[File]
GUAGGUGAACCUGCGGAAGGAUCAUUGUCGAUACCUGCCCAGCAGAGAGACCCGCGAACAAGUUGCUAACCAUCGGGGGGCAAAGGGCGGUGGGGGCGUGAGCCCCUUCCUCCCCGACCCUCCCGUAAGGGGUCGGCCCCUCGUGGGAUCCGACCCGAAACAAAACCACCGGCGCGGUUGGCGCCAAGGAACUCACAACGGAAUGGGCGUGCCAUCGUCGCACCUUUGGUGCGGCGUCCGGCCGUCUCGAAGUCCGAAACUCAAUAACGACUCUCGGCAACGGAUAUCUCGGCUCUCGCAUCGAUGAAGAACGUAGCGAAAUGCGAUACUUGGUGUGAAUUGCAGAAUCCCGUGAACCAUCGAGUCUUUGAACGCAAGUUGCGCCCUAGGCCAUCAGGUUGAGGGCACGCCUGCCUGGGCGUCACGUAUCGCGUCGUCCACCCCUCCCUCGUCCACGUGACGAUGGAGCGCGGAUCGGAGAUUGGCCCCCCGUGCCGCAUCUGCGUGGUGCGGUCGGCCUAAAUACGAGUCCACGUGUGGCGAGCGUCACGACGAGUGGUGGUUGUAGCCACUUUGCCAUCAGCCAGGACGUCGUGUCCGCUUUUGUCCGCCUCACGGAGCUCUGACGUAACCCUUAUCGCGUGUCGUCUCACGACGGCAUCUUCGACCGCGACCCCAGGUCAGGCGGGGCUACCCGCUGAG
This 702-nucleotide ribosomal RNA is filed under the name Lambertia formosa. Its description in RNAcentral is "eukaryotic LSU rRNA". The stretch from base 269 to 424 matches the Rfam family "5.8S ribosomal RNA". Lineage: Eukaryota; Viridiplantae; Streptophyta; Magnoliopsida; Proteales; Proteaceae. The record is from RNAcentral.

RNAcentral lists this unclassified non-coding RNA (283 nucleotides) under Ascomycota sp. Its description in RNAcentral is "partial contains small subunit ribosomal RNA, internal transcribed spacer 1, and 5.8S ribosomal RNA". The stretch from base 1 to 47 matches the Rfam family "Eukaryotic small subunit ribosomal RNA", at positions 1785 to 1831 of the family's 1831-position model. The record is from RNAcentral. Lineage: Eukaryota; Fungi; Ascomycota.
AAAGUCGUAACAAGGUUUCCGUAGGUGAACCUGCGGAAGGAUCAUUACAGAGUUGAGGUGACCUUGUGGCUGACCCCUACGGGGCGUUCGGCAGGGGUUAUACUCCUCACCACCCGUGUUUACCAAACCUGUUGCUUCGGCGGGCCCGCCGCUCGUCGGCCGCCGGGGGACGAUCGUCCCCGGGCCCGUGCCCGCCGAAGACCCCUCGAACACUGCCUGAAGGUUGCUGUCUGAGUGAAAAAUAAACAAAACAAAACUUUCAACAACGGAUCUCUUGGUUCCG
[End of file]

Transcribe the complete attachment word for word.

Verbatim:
GUAGGUGAACCUGCGGAAGGAUCAUUGUCGAUACCUGCCCAGCAGAGAGACCCGCGAACAAGUUGCUAACCAUCGGGGGGCAAAGGGCGGUGGGGGCGUGAGCCCCUUCCUCCCCGACCCUCCCGUAAGGGGUCGGCCCCUCGUGGGAUCCGACCCGAAACAAAACCACCGGCGCGGUUGGCGCCAAGGAACUCACAACGGAAUGGGCGUGCCAUCGUCGCACCUUUGGUGCGGCGUCCGGCCGUCUCGAAGUCCGAAACUCAAUAACGACUCUCGGCAACGGAUAUCUCGGCUCUCGCAUCGAUGAAGAACGUAGCGAAAUGCGAUACUUGGUGUGAAUUGCAGAAUCCCGUGAACCAUCGAGUCUUUGAACGCAAGUUGCGCCCUAGGCCAUCAGGUUGAGGGCACGCCUGCCUGGGCGUCACGUAUCGCGUCGUCCACCCCUCCCUCGUCCACGUGACGAUGGAGCGCGGAUCGGAGAUUGGCCCCCCGUGCCGCAUCUGCGUGGUGCGGUCGGCCUAAAUACGAGUCCACGUGUGGCGAGCGUCACGACGAGUGGUGGUUGUAGCCACUUUGCCAUCAGCCAGGACGUCGUGUCCGCUUUUGUCCGCCUCACGGAGCUCUGACGUAACCCUUAUCGCGUGUCGUCUCACGACGGCAUCUUCGACCGCGACCCCAGGUCAGGCGGGGCUACCCGCUGAG
This 702-nucleotide ribosomal RNA is filed under the name Lambertia formosa. Its description in RNAcentral is "eukaryotic LSU rRNA". The stretch from base 269 to 424 matches the Rfam family "5.8S ribosomal RNA". Lineage: Eukaryota; Viridiplantae; Streptophyta; Magnoliopsida; Proteales; Proteaceae. The record is from RNAcentral.

RNAcentral lists this unclassified non-coding RNA (283 nucleotides) under Ascomycota sp. Its description in RNAcentral is "partial contains small subunit ribosomal RNA, internal transcribed spacer 1, and 5.8S ribosomal RNA". The stretch from base 1 to 47 matches the Rfam family "Eukaryotic small subunit ribosomal RNA", at positions 1785 to 1831 of the family's 1831-position model. The record is from RNAcentral. Lineage: Eukaryota; Fungi; Ascomycota.
AAAGUCGUAACAAGGUUUCCGUAGGUGAACCUGCGGAAGGAUCAUUACAGAGUUGAGGUGACCUUGUGGCUGACCCCUACGGGGCGUUCGGCAGGGGUUAUACUCCUCACCACCCGUGUUUACCAAACCUGUUGCUUCGGCGGGCCCGCCGCUCGUCGGCCGCCGGGGGACGAUCGUCCCCGGGCCCGUGCCCGCCGAAGACCCCUCGAACACUGCCUGAAGGUUGCUGUCUGAGUGAAAAAUAAACAAAACAAAACUUUCAACAACGGAUCUCUUGGUUCCG